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This man has been sleeping on hospital floors for me and taking me to the toilet. And not left my side for days. I’ve been in and out of Randwick for one of the saddest moments of our journey so far. It’s his birthday. And for his birthday. I will go into surgery. While he goes to work and comes back by the time I get out. He will wait by my side until I go under. And has been getting minimal sleep. He has been picking up my slack for work. And just been… fucking everything to me. There was no podcast this week. And I’m so sorry to the over 4000 people who listen in every week. I wanted to make sure to let you know what was happening. As you’re so committed to our stories. I wanted to be honest with you. When I’m ready I’ll explain what’s happened. But I just wanted to share how much I love this wonderful man. Who has been there no matter what. And say to everyone hitting a rough patch. It will get better. Stay tough. You got this. Find those people who are your rock. And let them love you. @johnmcaldwell_ you have been my best friend through this. And I will never forget it. The people in my current live show @convictfootprints, my new work family @blackfischstories… my best girls @celebrity_trainer_emily @billiemusk and my mum and dad. Plus nurse Jackie. I love you. Thank you. And I cannot wait to get back to improv with my gurus. #onetogetherpodcast

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For many women who experience missed miscarriage, the hormones still rage, breasts still swell, the morning sickness persists, sometimes for weeks after the heartbeat has stopped.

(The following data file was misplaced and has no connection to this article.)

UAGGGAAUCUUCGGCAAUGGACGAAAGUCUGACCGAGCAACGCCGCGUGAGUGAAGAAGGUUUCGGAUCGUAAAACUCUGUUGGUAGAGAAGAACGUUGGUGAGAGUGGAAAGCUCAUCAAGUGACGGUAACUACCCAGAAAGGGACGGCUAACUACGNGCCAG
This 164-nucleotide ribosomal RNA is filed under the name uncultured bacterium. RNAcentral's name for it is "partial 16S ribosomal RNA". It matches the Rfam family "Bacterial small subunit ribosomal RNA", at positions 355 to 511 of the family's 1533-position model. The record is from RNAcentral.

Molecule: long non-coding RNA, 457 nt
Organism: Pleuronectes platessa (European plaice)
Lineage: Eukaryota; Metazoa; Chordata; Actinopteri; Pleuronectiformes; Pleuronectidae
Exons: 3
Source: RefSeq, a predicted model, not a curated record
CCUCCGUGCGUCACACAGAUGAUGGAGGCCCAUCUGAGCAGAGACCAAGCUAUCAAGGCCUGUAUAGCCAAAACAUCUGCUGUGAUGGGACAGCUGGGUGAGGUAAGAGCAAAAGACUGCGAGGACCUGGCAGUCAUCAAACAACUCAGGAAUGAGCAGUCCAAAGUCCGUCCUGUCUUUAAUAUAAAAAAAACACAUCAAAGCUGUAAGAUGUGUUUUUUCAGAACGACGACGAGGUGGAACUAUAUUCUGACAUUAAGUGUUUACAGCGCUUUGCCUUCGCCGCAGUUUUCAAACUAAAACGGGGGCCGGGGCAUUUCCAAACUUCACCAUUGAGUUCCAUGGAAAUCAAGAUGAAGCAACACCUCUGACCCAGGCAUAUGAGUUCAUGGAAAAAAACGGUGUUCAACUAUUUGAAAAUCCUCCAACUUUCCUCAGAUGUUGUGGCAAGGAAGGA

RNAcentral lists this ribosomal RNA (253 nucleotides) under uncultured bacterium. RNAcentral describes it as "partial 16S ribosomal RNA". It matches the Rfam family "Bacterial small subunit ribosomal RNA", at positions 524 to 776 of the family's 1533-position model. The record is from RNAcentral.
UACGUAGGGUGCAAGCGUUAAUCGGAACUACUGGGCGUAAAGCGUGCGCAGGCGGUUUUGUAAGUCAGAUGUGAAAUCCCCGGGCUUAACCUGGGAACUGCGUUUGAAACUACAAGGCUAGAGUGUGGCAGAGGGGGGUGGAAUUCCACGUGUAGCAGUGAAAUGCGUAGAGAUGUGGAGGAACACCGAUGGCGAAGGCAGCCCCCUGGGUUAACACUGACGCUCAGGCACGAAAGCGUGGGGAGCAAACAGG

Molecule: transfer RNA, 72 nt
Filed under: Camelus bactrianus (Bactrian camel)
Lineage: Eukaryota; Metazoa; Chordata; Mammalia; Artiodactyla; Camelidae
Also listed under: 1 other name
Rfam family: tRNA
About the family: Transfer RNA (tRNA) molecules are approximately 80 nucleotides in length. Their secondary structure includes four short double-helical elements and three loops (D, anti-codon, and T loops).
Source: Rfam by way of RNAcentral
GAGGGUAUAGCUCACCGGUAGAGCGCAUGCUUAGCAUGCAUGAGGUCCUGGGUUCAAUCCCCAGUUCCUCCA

“Matt’s just had to sit and watch and not be able to do anything,” she said. “And deal with the hormonal mood swings, where one minute I love him and I just want to hug him, and the next minute I want him to go away and never look at my face again.”

Heather is also still experiencing the odd craving and nausea. But the intense pelvic cramping and “empty feeling” in her abdomen are cruel, painful reminders of the reality of Llewy’s loss. As is her anxiety. Though she’s lived with it for more than a decade, it’s reared up fiercely in the last few weeks.

She’ll be undertaking grief counselling in an effort to grapple with it all. But to those who know of someone in her situation, she urges them to give that person time.

“You can’t put a timeline on grief. My experience is going to be different from anyone else’s. I know of people that have taken six months [to process it], and I know couples still going through it years later… There’s no easy answer.

“Just know that people who are around that person, they’re also going to be affected, and accept that people grieve in their own time.”